Friday, October 17, 2008


Etnia-festival's website


To Turku, again. It's becoming a scary habit.
Etnia-festival focuses on screening films on so-called native cultures, and nowadays markets itself as "the festival of three continents". The festival has been held since 2000, and the Etnia organisation responsible for it also publishes a magazine called Ensimmäiset kansat. The festival is small, but activates people nicely and brings forth important themes. I am a guest here for the third time. My previous visits were associated with my films A Dreamer and the Dreamtribe and Conquistadors of Cuba.

Etnia-festival's poster wall

The screenings take place in a legendary, old cinema called Domino, which has since been named ML Media Liv Ltd auditorium. The cinema is used only seldom these days, and the equipment is already dated. Therefore a Dolby Digital sound system is lacking. The film's sound crackles and pops, and the volume is of course too low. I have struggled with the same problems at other festivals, and from at least ten screenings of Shadow of the Holy Book I've had to run to the projection room to stop the screening, or at least to give instructions on the sound level or the focusing of the image.

Here, the machine room maestro is Reino Vahteri, who started work as a projectionist 61 years ago! The sympathetic Vahteri announces straight off that he's half-deaf and half-blind nowadays, so we focus the image together during the film's screening. Everything works out, however, and Vahteri still has the magic touch of a film professional - due to which the reels and rolls move through his hands in an experienced manner. In the post-screening discussion I start thinking I sound like a travelling preacher, always repeating the same mantras in a monotonous fashion. The feeling creeps up that my explanations and sermons are the same mixed-up bunch from one night to another. It's a pity. The excitement and refreshing quality should always be discovered in a fresh, spontaneous way. It's not always easy, however.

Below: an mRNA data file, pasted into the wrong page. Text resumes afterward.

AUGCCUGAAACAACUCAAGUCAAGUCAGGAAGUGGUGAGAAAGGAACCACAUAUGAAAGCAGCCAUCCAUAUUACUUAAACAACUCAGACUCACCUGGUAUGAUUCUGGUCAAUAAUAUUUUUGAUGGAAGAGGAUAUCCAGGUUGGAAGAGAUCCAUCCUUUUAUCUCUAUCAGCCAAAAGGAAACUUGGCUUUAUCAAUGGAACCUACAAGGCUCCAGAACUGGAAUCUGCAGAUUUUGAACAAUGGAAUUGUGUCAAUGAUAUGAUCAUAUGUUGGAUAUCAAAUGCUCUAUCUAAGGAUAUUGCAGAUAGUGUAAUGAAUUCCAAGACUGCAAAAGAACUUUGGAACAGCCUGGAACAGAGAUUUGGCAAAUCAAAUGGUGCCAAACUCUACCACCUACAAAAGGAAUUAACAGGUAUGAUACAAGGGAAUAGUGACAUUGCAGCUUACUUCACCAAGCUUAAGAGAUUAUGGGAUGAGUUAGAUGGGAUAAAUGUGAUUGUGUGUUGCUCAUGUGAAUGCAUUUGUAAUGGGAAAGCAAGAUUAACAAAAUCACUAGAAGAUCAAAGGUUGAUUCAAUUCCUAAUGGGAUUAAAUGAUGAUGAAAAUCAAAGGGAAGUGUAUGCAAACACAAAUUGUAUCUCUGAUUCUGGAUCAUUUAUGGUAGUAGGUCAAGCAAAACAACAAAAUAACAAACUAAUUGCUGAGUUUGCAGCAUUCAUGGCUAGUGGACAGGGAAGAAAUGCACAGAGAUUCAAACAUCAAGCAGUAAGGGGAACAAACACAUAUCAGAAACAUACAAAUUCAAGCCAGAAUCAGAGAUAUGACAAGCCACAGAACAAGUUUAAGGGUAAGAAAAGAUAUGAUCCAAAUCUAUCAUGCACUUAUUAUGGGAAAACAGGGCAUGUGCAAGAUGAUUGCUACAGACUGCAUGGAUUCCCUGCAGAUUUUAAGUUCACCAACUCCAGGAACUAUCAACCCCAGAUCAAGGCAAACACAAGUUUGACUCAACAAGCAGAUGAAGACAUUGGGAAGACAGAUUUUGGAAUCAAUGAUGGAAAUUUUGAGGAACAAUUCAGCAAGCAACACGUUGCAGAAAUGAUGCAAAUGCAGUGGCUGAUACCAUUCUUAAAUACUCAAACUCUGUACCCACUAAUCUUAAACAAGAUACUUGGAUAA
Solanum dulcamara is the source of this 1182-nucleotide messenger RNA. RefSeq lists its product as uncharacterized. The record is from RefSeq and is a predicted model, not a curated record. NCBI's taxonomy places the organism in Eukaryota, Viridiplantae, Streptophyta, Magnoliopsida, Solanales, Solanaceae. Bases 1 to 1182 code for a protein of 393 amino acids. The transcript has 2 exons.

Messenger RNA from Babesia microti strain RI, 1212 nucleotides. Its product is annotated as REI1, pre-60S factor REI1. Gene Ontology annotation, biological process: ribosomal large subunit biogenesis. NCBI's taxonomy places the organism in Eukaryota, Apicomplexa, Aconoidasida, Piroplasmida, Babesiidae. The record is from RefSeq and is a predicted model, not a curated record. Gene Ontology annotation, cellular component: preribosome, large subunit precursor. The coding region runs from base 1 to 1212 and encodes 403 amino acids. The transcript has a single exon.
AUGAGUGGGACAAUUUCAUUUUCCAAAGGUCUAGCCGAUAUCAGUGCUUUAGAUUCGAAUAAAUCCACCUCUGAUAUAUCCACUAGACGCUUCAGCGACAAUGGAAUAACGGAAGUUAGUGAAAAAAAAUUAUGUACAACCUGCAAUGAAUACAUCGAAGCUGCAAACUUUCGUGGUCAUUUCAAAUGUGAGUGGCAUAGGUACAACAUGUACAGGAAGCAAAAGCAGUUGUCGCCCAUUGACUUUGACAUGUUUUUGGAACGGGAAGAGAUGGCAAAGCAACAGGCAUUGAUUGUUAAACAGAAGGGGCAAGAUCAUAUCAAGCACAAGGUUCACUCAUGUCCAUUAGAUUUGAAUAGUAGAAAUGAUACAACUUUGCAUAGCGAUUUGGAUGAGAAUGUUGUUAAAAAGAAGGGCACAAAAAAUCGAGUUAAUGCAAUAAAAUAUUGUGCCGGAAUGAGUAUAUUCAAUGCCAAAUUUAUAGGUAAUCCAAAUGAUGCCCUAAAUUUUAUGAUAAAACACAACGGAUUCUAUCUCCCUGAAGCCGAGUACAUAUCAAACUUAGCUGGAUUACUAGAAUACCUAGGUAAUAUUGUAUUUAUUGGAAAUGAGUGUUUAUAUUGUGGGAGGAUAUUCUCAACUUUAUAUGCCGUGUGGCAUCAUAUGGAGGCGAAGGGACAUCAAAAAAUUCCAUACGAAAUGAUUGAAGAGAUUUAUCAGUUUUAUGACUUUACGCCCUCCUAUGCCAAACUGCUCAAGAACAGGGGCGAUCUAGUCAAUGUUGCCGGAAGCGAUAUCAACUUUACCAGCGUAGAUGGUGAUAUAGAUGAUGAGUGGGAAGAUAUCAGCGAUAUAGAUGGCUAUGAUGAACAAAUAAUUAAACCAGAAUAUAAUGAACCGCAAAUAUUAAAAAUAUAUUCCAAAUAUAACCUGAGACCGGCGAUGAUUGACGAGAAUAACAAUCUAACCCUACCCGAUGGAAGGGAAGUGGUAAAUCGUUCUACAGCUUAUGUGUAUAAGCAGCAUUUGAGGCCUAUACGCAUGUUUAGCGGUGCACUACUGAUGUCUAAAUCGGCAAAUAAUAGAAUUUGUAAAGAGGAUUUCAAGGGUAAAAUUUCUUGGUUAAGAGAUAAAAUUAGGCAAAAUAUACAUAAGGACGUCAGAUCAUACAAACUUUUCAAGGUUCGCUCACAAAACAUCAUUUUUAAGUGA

Projectionist Reino Vahteri

The crowd-puller at the Etnia-festival is the Iranian director Bahman Ghobadi and his films Turtles can fly and Half Moon. It's a good move from the organisers, as his films always fill the room and even activate the immigrant population. I manage to exchange a few words with Ghobadi, and we arrange to meet up in Iran. Tehran's new documentary film festival Cinema Verite is approaching and I'm leaving for it next Tuesday. But now I hop on a train and arrive safely back in Helsinki. Tomorrow to Tampere, but this time to talk about a different film altogether.

TURKU BOOK FAIR 04.10.-05.10.2008

Turku Book Fair's website


I guess this is a festival too. At least, the writers are partying here in the evenings just like the cinema people at their own festivals. Shadow of the Holy Book is about to be published as a book as well, and I've arrived here to market it with the Like Publishing Ltd. people. Luckily the flight from Iceland is early, so I manage to make it to the bus heading from the airport to Turku, the Mexico souvenirs still in my suitcases.

Like Publishing Ltd.'s department at the book fair

In the evening I take part in a short book discussion at the evening club, and the next day in a 20-minute discussion on the book in front of the book fair audience. There are around 20 people in the audience, and they're mostly pensioners. Few know anything about the film, or Turkmenistan. Fortunately, everyone is familiar with Nokia. I even get to write an autograph for a charming elderly lady.